Elgar
Cockaigne (In London Town) – Concert Overture, Op.40
Qigang Chen
Reflet d’un temps disparu [London premiere]
Raymond Yiu
The London Citizen Exceedingly Injured [world premiere]
Haydn
Symphony No.104 in D (London)

Li-Wei Qin (cello)

BBC Symphony Orchestra
Long Yu
This (mostly) London-related concert was bookended by classics. The wonderful Elgar was stiffly phrased and endured tempos that tended to the treacly, near to grinding to a halt, but with a central march-past that went to the other extreme. The brass was allowed or encouraged to dominate as part of a coarse, leaden and episodic account of little character and evocation. (One was left to reconsider Roger Norrington’s ‘cheeky chappie’ if affectionate reading with this orchestra at the Proms season just gone.) The Haydn (the only one of his 12 ‘London’ symphonies, 93-104, to acquire that title) opened impressively, bold and severe, with crisp strokes from John Chimes’s ‘authentic’ (smaller) timpani. But despite the well-judged moderate tempo, blandness informed the Allegro, the heads-down members of the BBC Symphony Orchestra keeping themselves together for the most part. The slow movement, marked Andante, was lethargic, the succeeding Minuet heavy, although the Trio found some expressive sparkle, and if the finale raised the spirits, the overall impression was of a monochrome, dutiful performance that suggested Haydn, in his valediction to ‘the symphony’, was tired and going through the motions – and nothing could be further from the truth.
Long Yu. Photograph: Columbia Artists Music, LLC Long Yu (Chinese, Yú Lóng) was more sympathetic and insightful to Reflet d’un temps disparu (1996), at least entering into the London spirit through this being its first outing in the capital. Tracing the work’s one melody of engagement (folksong-like and heartstring-tugging) back to 1425, ‘reflection of a vanished time’ is otherwise short of thematic distinction. Qigang Chen (Chén Qígāng, born 1951 in Shanghai and long domiciled in France) certainly conjures some attractive and scenic-suggesting orchestral colours but not enough to sustain a 25-minute concert-hall work that is not quite a concerto or, indeed, invite a return to it. There was an element of tedium evident with the open-ended form and a reliance on effects, and – here – the soaring climax sawed the ears off (a misjudgement of the Barbican Hall’s immediate acoustic). There was no doubting Li-Wei’s sensitive, virtuosic and beautifully toned performance, but the conductor might have held the closing silence for longer.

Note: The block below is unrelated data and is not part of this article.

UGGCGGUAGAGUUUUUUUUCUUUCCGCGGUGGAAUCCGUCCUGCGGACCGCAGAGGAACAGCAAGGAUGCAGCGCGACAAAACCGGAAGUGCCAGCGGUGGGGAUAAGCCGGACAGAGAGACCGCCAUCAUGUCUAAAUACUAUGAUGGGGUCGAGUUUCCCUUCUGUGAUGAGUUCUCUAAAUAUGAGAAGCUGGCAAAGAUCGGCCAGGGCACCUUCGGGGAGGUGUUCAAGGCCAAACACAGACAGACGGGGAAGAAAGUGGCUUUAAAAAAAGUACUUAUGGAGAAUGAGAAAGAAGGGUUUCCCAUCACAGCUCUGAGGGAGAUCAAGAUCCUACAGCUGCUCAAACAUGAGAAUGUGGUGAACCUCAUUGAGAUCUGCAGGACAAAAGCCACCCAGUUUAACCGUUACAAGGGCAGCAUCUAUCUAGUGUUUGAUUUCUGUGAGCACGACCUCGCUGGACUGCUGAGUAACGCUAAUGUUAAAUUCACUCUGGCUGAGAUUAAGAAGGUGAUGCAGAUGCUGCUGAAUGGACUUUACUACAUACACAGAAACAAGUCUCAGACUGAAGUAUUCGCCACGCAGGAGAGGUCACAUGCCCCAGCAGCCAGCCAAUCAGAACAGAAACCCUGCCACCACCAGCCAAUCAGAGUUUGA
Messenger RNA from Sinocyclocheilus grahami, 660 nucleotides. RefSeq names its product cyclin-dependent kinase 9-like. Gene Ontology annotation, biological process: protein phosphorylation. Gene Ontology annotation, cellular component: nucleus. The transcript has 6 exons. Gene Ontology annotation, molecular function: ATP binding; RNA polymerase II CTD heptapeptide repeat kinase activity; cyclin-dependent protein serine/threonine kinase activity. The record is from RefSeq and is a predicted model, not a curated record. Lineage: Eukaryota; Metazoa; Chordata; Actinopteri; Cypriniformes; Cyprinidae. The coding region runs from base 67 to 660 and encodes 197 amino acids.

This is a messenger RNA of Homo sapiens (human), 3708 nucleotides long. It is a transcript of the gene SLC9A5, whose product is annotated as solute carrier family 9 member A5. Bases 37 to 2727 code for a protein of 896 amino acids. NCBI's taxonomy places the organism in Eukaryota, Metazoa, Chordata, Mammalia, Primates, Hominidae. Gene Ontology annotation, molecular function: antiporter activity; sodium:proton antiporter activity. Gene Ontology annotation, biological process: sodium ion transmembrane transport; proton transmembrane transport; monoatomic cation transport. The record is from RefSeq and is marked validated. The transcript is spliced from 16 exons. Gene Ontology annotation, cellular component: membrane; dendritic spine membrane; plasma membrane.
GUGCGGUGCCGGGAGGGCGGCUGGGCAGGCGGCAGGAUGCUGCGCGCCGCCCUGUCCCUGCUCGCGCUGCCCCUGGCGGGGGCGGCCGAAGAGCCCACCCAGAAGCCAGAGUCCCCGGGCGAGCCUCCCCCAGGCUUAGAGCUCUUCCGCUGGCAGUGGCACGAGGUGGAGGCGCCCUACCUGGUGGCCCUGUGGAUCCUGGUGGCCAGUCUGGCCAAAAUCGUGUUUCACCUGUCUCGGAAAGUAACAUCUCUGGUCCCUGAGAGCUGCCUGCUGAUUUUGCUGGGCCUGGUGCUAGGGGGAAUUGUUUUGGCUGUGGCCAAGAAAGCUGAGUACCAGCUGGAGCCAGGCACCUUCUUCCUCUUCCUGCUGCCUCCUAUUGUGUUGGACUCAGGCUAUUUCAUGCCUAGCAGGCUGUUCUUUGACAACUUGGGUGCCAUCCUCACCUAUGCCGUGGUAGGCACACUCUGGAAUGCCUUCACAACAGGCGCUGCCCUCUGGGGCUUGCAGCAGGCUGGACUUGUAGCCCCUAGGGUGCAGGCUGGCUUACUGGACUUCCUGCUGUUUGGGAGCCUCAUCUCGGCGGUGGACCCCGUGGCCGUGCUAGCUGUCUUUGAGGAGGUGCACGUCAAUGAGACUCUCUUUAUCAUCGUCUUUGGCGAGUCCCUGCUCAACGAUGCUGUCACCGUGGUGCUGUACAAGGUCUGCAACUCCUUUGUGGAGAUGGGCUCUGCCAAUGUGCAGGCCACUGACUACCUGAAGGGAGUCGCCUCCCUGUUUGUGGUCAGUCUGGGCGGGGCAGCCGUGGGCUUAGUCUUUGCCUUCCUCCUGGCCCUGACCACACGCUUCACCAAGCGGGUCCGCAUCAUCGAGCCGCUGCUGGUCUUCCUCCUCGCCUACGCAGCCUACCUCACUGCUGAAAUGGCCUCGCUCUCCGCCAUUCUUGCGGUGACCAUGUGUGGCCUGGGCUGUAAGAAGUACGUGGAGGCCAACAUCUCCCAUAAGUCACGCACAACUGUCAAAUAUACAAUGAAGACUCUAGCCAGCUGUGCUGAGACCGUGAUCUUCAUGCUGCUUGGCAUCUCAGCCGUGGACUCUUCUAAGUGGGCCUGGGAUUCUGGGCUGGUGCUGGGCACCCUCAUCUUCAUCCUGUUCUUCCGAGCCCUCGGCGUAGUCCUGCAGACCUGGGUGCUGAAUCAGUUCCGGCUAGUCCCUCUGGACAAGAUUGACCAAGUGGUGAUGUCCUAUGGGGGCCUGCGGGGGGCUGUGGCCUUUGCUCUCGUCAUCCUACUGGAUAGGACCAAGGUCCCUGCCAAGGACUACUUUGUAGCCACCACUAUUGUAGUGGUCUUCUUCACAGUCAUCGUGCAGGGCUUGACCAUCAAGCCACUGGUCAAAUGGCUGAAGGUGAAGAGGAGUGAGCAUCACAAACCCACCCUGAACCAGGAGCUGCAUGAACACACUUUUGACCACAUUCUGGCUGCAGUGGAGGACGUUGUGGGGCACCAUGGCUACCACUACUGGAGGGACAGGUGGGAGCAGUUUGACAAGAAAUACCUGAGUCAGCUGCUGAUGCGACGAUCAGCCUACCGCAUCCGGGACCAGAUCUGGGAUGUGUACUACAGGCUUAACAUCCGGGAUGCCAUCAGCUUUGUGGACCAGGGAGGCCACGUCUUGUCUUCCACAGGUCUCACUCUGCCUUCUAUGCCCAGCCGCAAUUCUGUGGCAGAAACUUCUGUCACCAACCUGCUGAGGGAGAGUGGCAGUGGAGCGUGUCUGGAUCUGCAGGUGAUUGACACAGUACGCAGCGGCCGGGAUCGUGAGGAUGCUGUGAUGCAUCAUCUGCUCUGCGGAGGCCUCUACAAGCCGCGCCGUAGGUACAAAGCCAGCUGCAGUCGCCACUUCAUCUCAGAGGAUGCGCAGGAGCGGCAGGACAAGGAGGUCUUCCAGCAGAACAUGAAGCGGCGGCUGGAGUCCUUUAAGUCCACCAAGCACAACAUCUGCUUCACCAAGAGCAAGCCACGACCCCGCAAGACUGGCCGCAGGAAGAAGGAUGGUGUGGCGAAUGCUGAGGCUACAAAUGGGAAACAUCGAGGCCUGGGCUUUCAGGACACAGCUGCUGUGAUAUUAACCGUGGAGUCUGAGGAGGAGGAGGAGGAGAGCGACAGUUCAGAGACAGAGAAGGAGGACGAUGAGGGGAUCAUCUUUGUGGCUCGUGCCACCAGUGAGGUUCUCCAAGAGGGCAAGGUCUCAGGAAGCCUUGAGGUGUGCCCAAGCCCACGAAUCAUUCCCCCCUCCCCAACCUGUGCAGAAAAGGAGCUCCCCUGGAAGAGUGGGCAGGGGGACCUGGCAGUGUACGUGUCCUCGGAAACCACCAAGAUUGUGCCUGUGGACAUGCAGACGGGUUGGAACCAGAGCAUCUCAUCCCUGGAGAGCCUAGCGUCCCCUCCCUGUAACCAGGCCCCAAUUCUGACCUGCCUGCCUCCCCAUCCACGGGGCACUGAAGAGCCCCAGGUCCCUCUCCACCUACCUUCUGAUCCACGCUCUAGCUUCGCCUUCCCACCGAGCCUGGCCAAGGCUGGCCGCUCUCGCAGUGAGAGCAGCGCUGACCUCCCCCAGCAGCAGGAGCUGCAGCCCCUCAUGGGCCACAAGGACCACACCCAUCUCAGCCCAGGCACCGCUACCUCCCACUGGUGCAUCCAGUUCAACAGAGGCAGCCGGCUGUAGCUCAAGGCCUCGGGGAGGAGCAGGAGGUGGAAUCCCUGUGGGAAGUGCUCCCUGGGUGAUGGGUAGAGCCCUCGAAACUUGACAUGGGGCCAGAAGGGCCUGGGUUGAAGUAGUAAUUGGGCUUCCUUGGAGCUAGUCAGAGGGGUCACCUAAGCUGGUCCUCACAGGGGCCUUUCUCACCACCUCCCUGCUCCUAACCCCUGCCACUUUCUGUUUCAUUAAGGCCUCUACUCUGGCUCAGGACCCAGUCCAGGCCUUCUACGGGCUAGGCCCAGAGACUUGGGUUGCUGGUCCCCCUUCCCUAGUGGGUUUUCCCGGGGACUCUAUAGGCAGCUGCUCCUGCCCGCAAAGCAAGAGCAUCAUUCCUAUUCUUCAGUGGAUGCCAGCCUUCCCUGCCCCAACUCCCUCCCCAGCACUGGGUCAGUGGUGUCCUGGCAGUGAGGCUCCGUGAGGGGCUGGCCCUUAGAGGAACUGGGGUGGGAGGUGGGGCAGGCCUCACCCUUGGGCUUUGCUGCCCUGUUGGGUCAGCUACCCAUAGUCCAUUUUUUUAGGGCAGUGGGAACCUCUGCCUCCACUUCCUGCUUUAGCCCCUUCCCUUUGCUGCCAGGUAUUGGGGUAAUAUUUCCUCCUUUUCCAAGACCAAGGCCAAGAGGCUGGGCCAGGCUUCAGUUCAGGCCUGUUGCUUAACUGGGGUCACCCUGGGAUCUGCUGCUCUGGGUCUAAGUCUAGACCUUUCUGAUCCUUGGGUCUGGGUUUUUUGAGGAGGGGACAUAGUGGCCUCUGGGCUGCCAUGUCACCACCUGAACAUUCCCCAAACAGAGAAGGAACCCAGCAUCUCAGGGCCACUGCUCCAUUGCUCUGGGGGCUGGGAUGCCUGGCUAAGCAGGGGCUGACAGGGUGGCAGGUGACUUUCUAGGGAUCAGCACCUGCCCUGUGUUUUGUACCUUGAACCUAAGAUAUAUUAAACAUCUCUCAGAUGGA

Raymond Yiu. Photograph: www.raymondyiu.com As he might too at the end of Hong Kong-born Raymond Yiu’s new work, seemingly not written to a commission, which closes with a flugelhorn solo, off-stage (says the score) if played high-up in the auditorium itself, which called for but was denied to be left hanging in the air. Completed last year, The London Citizen Exceedingly Injured, takes its titular cue from the pamphlet of that name published in 1738 by the “unhinged”, periodically incarcerated Scottish-born, London-living Alexander Cruden (1699-1770), English Bible proof-reader whose unstable state was seemingly down to his not having much luck with women. In musical terms, Yiu’s (here 17-minute) piece teems with incident (including much if timbrally varied percussion) and many ideas and teasing allusions, the latter including references to Elgar’s played-earlier ‘London’ overture, and which scintillates at its quickest paces, a mix of al fresco and rigorous (maybe 60/40). If the waltz and foxtrot occurrences (the latter reminding of Peter Maxwell Davies’s St Thomas Wake) simply arrived, then both sections engaged and added to the need to hear this music again to further examine its line and organisation, and which seemed to receive an impressive first performance (the composer was present, as was Qigang Chen), the BBC Symphony Orchestra committed and responsive.

 

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